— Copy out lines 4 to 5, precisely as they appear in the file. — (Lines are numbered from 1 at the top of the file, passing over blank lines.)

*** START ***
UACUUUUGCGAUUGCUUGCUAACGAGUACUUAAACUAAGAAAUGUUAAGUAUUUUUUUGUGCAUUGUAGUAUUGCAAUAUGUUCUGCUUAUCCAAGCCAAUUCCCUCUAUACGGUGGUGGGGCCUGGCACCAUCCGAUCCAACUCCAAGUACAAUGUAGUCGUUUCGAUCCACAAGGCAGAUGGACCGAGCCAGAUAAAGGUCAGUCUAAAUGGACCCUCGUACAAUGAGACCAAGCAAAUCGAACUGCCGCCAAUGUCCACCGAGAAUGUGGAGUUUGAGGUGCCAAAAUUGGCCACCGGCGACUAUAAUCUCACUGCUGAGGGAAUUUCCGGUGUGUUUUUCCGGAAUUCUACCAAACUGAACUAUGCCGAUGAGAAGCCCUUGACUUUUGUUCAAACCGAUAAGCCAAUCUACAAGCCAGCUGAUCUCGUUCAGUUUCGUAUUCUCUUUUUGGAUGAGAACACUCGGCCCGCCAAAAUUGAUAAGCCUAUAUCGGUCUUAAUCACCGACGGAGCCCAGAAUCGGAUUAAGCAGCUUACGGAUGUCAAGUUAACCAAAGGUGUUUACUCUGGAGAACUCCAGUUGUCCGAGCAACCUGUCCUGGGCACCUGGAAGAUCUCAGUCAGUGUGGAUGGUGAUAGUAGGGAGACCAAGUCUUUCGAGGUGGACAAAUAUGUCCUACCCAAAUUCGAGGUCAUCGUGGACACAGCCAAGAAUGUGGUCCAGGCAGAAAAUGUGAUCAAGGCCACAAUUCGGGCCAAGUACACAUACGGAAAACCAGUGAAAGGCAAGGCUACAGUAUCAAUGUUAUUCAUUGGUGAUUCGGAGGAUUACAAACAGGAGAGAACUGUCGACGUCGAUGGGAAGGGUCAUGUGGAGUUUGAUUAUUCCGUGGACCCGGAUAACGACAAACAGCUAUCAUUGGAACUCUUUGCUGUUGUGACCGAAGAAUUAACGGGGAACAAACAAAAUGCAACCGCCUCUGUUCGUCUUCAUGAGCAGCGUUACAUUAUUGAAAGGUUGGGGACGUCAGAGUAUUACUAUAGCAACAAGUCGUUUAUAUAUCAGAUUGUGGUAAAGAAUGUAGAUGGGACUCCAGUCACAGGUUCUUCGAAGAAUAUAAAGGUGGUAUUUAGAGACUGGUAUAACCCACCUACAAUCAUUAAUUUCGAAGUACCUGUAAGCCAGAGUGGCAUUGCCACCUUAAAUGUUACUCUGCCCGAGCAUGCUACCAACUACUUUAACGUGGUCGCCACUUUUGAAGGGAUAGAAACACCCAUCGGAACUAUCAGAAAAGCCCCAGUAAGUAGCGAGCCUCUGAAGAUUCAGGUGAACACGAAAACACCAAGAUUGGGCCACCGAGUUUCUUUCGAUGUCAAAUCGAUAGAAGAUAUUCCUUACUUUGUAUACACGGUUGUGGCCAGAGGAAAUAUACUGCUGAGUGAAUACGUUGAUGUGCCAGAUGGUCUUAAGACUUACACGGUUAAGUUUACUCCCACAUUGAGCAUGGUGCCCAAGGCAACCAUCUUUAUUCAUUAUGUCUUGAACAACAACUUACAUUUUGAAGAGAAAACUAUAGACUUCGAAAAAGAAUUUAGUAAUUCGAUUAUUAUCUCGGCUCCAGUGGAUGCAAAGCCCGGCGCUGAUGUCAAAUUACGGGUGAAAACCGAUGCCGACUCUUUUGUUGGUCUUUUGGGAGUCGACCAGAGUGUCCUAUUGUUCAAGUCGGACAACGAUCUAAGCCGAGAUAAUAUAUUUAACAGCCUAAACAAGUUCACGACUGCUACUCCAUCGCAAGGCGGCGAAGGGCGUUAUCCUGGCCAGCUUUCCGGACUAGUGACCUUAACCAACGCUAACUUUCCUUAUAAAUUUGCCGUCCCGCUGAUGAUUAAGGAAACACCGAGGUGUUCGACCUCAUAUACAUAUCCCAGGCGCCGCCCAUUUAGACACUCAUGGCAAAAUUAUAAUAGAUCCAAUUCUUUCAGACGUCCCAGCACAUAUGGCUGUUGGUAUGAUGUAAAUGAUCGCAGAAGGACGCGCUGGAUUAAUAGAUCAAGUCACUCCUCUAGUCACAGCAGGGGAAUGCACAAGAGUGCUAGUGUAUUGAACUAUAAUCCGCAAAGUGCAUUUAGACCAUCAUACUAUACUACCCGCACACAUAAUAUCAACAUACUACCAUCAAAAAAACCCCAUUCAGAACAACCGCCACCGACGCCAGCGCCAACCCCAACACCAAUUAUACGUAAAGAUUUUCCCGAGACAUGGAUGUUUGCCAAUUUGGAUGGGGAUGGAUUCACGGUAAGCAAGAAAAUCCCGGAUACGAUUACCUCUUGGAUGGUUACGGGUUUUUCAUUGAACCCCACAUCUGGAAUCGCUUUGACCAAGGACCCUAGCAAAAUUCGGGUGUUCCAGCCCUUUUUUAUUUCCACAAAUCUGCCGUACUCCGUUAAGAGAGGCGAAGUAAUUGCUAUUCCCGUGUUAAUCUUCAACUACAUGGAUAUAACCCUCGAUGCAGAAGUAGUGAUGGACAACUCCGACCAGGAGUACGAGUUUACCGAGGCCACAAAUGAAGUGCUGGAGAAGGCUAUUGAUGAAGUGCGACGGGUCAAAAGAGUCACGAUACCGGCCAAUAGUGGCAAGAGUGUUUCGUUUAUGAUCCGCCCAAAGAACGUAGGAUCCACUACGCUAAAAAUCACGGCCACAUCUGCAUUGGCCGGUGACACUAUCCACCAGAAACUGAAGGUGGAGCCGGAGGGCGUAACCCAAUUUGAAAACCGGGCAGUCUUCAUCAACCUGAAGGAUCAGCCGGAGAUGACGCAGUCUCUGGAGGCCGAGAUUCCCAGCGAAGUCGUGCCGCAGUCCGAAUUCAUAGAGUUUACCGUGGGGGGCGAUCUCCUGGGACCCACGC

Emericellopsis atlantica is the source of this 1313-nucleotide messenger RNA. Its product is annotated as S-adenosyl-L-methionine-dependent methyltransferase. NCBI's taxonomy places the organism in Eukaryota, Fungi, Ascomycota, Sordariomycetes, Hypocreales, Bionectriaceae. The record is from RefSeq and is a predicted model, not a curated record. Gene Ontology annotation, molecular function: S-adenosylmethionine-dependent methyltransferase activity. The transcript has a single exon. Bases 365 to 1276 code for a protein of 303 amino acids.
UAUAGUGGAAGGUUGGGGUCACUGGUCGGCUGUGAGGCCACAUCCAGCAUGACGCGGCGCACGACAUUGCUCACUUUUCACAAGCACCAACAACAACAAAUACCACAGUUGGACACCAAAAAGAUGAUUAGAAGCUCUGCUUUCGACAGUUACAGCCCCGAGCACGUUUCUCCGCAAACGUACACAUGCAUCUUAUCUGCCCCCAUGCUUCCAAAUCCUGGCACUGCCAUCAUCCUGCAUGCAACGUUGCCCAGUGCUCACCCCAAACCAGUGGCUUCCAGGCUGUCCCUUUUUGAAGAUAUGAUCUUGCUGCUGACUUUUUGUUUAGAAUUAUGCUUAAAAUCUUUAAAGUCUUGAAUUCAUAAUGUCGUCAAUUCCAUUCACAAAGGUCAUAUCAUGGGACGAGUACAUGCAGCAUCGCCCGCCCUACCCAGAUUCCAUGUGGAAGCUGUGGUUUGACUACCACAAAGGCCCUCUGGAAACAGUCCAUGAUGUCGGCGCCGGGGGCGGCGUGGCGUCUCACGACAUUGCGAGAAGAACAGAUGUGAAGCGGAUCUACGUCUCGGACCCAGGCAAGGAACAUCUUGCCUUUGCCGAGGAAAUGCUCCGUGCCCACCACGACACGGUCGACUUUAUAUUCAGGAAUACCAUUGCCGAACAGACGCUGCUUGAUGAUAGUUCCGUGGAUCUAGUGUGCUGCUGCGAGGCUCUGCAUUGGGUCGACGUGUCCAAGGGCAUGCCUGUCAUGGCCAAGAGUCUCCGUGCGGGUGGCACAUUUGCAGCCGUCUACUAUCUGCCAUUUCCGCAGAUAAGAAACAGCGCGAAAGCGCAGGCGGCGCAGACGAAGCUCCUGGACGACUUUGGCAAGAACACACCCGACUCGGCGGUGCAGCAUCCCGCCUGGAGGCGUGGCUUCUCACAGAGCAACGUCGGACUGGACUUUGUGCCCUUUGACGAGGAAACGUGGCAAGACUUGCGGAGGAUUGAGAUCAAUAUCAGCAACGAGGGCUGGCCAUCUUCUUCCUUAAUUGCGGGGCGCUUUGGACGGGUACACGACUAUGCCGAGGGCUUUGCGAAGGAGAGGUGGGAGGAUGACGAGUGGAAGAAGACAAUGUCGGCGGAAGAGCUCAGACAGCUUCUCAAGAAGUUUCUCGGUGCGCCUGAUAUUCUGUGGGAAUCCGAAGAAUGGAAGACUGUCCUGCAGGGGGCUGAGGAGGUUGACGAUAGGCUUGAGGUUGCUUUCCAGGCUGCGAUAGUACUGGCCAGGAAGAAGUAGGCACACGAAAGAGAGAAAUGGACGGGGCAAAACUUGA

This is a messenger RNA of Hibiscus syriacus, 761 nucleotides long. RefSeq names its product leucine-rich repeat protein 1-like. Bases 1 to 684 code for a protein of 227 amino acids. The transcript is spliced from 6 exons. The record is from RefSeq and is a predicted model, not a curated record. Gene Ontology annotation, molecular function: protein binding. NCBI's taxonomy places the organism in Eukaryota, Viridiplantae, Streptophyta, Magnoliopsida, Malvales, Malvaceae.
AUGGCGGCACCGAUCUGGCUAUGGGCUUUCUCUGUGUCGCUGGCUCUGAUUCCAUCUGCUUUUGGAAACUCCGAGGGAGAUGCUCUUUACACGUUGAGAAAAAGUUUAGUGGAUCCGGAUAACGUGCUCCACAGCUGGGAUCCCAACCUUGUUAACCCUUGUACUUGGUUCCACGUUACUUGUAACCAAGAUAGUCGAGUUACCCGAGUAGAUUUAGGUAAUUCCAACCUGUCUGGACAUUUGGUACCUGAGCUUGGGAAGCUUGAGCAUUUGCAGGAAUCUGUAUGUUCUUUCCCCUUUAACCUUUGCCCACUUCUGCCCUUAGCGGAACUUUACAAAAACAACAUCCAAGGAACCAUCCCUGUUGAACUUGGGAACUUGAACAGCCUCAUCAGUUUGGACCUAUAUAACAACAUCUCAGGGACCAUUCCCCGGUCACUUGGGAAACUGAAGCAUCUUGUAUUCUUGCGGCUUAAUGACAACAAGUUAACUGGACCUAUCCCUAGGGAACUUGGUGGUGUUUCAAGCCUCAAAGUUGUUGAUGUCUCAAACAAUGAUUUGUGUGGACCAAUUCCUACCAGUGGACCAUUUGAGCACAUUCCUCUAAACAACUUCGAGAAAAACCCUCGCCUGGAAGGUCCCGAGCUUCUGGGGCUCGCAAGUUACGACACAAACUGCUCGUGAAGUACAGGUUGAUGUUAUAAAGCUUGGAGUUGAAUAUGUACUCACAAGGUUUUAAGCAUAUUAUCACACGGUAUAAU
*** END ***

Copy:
This is a messenger RNA of Hibiscus syriacus, 761 nucleotides long. RefSeq names its product leucine-rich repeat protein 1-like. Bases 1 to 684 code for a protein of 227 amino acids. The transcript is spliced from 6 exons. The record is from RefSeq and is a predicted model, not a curated record. Gene Ontology annotation, molecular function: protein binding. NCBI's taxonomy places the organism in Eukaryota, Viridiplantae, Streptophyta, Magnoliopsida, Malvales, Malvaceae.
AUGGCGGCACCGAUCUGGCUAUGGGCUUUCUCUGUGUCGCUGGCUCUGAUUCCAUCUGCUUUUGGAAACUCCGAGGGAGAUGCUCUUUACACGUUGAGAAAAAGUUUAGUGGAUCCGGAUAACGUGCUCCACAGCUGGGAUCCCAACCUUGUUAACCCUUGUACUUGGUUCCACGUUACUUGUAACCAAGAUAGUCGAGUUACCCGAGUAGAUUUAGGUAAUUCCAACCUGUCUGGACAUUUGGUACCUGAGCUUGGGAAGCUUGAGCAUUUGCAGGAAUCUGUAUGUUCUUUCCCCUUUAACCUUUGCCCACUUCUGCCCUUAGCGGAACUUUACAAAAACAACAUCCAAGGAACCAUCCCUGUUGAACUUGGGAACUUGAACAGCCUCAUCAGUUUGGACCUAUAUAACAACAUCUCAGGGACCAUUCCCCGGUCACUUGGGAAACUGAAGCAUCUUGUAUUCUUGCGGCUUAAUGACAACAAGUUAACUGGACCUAUCCCUAGGGAACUUGGUGGUGUUUCAAGCCUCAAAGUUGUUGAUGUCUCAAACAAUGAUUUGUGUGGACCAAUUCCUACCAGUGGACCAUUUGAGCACAUUCCUCUAAACAACUUCGAGAAAAACCCUCGCCUGGAAGGUCCCGAGCUUCUGGGGCUCGCAAGUUACGACACAAACUGCUCGUGAAGUACAGGUUGAUGUUAUAAAGCUUGGAGUUGAAUAUGUACUCACAAGGUUUUAAGCAUAUUAUCACACGGUAUAAU